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Diagnosis

You can find out if you have short-sightedness (myopia) by having an eye test at your local opticians.

Find an opticians near you

You should have a routine eye test at least every 2 years, but you can book a test at any point if you have any concerns about your or your child's vision.

For some people, such as children under 16 or those under 19 and in full-time education, eye tests are available free of charge on the NHS.

Read about NHS eyecare entitlements to check if you qualify.

What happens during an eye test

Your eyes will usually be tested by an optometrist (someone who's been specially trained to examine the eyes).

It can be difficult to examine young children's eyes, so they may sometimes need to be referred to a local hospital eye service for an eye test.

They may also need eye drops to dilate the pupil of the eye to get accurate measurements.

A number of different tests will usually be carried out as part of your eye test.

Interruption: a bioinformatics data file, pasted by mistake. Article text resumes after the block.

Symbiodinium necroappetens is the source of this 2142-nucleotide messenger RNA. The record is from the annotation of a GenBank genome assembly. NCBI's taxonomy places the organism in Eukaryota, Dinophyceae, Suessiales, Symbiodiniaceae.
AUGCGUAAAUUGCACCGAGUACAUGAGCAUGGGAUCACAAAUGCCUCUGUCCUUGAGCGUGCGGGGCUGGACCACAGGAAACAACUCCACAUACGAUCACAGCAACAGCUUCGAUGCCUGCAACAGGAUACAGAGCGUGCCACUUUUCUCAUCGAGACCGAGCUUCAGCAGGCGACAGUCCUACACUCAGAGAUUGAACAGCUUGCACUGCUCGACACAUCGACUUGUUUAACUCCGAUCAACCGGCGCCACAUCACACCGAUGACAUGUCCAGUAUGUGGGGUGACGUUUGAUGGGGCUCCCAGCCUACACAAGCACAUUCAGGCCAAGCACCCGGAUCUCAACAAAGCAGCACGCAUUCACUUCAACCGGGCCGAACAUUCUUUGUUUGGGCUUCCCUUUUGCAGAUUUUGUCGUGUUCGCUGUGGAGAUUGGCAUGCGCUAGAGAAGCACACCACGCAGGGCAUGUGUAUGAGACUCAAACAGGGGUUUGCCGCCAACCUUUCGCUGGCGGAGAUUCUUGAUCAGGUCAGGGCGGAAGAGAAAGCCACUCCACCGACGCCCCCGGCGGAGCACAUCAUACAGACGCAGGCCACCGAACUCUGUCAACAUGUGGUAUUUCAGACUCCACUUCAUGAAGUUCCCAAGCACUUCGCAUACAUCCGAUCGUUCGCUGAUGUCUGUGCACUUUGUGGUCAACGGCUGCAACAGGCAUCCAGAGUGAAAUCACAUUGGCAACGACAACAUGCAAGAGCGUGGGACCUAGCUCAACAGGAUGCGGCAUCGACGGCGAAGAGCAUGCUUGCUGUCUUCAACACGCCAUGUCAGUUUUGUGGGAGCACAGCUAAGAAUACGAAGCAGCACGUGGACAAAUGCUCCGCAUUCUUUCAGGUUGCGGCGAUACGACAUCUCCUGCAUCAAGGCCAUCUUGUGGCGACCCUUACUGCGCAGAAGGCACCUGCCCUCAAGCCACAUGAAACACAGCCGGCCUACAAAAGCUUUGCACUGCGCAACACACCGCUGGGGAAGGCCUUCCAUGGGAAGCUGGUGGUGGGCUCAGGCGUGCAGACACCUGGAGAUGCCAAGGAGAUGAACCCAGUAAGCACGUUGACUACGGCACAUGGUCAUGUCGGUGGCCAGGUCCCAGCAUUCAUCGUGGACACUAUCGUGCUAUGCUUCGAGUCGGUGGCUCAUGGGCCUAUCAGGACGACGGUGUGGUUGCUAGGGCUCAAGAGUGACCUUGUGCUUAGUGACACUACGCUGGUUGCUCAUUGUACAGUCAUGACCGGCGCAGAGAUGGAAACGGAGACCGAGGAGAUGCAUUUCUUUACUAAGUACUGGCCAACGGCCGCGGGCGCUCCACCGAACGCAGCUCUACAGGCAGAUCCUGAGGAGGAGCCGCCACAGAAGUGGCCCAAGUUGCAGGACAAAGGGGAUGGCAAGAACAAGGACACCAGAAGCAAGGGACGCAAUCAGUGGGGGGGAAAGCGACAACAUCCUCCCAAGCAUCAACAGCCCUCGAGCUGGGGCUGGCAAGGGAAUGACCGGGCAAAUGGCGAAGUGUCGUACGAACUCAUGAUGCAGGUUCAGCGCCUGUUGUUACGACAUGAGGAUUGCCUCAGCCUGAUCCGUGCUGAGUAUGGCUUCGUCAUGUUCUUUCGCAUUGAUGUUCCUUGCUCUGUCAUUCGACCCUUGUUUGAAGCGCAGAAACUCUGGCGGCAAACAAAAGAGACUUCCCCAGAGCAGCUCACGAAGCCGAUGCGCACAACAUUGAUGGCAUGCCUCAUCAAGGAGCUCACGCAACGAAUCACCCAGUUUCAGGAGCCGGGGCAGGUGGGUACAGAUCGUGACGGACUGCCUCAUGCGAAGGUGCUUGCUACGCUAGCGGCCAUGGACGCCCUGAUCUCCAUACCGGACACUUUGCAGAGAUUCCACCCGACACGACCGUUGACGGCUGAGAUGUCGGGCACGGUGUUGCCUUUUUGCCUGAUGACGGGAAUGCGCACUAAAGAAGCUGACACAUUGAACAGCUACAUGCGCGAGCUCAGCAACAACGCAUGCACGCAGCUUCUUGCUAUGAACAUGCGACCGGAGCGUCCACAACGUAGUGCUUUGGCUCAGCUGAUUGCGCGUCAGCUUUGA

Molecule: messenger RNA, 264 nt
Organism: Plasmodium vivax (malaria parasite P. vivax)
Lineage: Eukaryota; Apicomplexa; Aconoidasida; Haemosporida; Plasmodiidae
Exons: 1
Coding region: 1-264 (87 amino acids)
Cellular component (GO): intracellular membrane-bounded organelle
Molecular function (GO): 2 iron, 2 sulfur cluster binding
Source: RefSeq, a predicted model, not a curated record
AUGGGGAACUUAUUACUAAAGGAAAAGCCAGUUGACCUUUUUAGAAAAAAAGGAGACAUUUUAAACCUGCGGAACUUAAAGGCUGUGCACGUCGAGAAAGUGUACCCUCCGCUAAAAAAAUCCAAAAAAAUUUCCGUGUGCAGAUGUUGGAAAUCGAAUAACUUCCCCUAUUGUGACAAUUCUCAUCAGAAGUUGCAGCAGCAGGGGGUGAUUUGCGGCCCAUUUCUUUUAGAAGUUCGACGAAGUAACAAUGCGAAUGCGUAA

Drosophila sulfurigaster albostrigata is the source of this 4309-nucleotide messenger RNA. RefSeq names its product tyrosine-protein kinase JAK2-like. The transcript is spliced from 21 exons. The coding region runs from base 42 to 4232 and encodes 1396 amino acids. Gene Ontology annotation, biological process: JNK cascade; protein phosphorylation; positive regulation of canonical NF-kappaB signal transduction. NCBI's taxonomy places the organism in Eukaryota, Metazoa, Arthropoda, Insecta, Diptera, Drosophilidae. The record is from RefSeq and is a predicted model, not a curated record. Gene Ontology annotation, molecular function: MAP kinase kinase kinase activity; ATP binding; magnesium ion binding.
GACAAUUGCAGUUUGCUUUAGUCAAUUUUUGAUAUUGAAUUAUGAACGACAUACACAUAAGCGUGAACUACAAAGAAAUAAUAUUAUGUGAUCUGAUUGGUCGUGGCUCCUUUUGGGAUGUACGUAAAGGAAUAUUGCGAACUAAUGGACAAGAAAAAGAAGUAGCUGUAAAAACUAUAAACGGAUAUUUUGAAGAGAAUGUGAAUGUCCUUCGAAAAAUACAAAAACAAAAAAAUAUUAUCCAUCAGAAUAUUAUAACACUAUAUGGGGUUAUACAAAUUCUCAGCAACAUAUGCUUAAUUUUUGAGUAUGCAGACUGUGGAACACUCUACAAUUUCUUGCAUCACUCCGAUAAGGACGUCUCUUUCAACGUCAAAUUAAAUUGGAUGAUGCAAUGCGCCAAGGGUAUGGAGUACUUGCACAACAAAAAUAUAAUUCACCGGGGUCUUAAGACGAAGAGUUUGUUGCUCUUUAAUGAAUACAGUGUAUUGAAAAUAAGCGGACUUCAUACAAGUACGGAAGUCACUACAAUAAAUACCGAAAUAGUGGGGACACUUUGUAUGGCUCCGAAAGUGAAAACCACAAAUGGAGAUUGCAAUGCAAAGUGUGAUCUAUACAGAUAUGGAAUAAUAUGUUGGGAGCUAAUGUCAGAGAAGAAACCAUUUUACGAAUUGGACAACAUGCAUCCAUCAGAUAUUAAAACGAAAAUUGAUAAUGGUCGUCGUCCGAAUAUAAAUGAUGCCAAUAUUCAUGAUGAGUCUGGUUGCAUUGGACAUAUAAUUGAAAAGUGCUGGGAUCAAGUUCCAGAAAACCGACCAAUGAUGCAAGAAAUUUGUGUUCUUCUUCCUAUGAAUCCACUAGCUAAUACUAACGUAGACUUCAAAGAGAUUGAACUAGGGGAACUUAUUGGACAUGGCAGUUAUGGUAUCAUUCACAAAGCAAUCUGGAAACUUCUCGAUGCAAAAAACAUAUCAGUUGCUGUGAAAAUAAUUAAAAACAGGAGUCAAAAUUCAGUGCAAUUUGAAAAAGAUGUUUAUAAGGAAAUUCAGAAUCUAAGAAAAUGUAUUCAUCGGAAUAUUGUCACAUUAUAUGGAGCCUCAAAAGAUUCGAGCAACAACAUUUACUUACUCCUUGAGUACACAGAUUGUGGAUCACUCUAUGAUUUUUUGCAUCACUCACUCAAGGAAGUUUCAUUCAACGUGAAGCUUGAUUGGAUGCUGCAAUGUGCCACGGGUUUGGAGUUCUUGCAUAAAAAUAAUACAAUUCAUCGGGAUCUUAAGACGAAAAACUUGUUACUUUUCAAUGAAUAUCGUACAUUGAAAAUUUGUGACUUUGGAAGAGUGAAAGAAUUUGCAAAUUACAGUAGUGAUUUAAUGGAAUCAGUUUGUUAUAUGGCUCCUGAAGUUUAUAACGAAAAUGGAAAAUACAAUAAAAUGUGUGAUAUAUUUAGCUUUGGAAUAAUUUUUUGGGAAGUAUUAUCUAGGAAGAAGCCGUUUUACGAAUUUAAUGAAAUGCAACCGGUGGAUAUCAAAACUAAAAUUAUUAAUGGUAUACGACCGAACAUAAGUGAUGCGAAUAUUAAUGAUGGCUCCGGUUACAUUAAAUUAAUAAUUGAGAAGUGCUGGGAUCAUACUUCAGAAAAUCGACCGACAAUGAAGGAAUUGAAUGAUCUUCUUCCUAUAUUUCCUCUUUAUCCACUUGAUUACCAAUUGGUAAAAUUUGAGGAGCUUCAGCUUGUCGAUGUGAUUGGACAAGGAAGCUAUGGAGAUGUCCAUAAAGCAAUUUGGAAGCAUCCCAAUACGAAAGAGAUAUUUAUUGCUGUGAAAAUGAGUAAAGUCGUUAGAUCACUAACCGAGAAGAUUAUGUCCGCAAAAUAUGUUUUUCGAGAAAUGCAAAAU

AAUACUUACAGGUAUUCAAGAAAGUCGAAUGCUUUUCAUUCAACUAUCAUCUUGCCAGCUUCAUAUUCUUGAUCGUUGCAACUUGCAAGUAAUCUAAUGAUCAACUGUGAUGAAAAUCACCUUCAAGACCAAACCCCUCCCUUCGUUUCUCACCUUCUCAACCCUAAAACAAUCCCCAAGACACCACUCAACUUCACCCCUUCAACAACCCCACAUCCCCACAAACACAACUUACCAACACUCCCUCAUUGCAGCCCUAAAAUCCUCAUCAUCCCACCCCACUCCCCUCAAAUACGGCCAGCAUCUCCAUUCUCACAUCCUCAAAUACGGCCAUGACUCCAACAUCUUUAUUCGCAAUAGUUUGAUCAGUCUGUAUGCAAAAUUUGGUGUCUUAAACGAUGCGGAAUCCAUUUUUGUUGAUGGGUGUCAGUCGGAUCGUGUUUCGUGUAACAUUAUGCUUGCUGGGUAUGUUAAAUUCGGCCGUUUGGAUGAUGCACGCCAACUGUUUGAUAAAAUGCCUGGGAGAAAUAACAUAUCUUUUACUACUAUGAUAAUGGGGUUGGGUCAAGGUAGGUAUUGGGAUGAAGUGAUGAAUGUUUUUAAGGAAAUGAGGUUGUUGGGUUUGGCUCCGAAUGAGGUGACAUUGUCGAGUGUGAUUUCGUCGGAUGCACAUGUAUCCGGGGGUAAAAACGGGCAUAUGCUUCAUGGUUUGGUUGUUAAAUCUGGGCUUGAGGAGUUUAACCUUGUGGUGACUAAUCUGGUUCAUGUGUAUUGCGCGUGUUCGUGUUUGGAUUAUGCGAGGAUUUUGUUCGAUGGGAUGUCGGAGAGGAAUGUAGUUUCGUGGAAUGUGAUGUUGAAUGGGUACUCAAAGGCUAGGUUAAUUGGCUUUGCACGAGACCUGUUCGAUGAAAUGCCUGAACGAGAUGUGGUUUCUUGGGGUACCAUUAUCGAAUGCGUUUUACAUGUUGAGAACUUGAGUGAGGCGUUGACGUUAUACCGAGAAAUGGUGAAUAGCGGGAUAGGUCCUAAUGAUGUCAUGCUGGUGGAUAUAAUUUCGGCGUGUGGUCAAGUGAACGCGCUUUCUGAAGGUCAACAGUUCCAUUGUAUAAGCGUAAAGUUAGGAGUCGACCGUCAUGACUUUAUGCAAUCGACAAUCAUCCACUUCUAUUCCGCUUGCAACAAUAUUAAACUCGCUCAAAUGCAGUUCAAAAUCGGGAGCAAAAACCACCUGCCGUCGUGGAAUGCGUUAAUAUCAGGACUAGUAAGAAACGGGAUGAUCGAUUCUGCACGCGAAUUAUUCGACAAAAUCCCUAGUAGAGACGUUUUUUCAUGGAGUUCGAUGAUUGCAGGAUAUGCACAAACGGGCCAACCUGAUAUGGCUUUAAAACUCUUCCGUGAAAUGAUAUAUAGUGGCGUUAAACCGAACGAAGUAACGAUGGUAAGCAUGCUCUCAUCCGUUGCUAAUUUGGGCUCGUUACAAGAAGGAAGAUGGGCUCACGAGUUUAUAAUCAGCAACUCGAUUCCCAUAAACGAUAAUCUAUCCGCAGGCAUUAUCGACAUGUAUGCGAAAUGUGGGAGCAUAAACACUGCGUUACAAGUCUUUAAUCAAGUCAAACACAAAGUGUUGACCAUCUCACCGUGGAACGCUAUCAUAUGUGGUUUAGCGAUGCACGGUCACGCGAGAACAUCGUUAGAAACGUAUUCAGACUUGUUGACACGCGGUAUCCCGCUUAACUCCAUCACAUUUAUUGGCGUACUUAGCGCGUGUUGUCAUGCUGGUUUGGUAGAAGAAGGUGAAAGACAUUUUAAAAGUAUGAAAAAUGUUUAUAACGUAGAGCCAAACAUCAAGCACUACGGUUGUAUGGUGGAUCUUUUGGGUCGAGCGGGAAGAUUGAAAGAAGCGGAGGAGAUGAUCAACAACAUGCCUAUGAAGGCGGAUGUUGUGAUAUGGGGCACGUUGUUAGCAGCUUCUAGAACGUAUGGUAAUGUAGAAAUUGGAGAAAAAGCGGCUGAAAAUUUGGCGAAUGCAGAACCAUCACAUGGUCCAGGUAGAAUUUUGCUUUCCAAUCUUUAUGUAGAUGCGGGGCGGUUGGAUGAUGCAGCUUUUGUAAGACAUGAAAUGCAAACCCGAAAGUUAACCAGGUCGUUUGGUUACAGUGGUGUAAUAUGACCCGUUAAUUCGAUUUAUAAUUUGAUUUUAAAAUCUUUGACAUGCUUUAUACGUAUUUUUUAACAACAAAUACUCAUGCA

These may include:

If the tests detect a possible problem with your distance vision, you may be asked to repeat the visual acuity tests while different strength lenses are placed in front of your eyes.

This will help the optometrist to determine what your glasses prescription should be.

Understanding your glasses prescription

If an eye test finds that you're short-sighted, you'll be given a prescription that describes what lenses you need to improve your vision.

This can be used to make glasses or contact lenses.

Your prescription will usually consist of 3 main numbers for each eye.

These are:

If you're short-sighted, the Sph number is the most relevant. This is given in a measurement called dioptres (D), which describes how severely short-sighted you are.

A score of -0.5D to -3D is usually considered to be mild myopia, while a score of more than -6D is considered to be severe or high myopia.